“We don’t know. Your test scores show you’re of just-above-average intelligence, so it’s not that you’re stupid. But we did give all participants a personality test that showed you have very high extraversion. The conclusion of our paper is going to be that very extraverted participants adopt group consensus without thinking and can be led to believe anything, even something as ridiculous as ‘family'”.

“I guess…when you put it like that it is kind of silly. Like, my parents were never that nice to me, but I kept loving them anyway, liking them even more than other people who treated me a lot better – and god, I even gave my mother a “WORLD’S #1 MOM” mug for Mother’s Day. That doesn’t even make sense! I…but what about the evolutionary explanation? Doesn’t evolution say we have genetic imperatives to love and support our family, whether they are worthy of it or not?”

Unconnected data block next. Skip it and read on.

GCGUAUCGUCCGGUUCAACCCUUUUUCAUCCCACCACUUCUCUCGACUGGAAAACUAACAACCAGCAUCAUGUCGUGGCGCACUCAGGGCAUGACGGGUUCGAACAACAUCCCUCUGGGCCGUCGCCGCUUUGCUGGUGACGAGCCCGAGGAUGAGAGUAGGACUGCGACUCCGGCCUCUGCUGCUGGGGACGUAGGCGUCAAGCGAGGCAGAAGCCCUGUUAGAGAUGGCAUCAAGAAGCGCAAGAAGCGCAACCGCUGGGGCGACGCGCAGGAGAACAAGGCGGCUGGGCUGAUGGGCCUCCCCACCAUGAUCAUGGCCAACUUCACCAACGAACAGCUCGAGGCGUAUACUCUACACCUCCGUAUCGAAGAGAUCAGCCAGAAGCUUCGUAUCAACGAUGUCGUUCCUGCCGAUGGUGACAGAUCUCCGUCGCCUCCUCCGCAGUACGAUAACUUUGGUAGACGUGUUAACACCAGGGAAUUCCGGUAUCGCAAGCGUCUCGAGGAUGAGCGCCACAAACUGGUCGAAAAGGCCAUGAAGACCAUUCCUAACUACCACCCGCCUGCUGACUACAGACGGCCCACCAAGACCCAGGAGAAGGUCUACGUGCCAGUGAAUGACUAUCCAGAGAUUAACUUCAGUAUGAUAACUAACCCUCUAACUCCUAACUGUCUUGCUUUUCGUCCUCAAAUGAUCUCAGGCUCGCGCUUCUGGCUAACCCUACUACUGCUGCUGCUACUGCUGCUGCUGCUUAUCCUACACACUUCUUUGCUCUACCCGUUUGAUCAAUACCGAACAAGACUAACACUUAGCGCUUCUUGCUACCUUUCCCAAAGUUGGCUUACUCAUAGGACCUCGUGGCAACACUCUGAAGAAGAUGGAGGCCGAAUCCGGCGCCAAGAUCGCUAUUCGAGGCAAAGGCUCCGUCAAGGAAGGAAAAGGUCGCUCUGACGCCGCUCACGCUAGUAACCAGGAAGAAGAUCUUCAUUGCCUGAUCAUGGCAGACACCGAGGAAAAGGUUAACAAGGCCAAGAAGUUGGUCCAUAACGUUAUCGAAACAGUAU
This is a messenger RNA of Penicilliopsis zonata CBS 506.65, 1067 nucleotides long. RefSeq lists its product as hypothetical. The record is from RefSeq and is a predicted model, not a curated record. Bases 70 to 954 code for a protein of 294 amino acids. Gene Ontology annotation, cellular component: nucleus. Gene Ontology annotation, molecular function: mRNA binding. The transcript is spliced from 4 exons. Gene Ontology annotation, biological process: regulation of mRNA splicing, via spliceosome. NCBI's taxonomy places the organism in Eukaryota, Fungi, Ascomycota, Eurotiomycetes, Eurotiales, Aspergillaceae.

“You can make a just-so story for anything using evolutionary psychology. Someone as smart as you should know better than to take them seriously.”

“But then, what is evolution? How did animals reproduce before the proper economic incentives were designed? Where did…”

“Tell you what. Let’s hook you up to the remnemonizer to give you your real memories back. That should answer a lot of your questions.”

A machine hovering over you starts to glow purple. “This shouldn’t hurt you a bit…”
Give a man a fish, he owes you one fish. Teach a man to fish, you give up your monopoly on fisheries.

Zcorp
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Re: A Thought Experiment on Progress

Postby Zcorp » Thu Dec 04, 2014 11:29 pm UTC

HungryHobo wrote:imagine an alien spacecraft turned up, we make radio contact and they gleefully declare that since we've not fired on them we must be babyeaters! oh happy day!

You missed the point.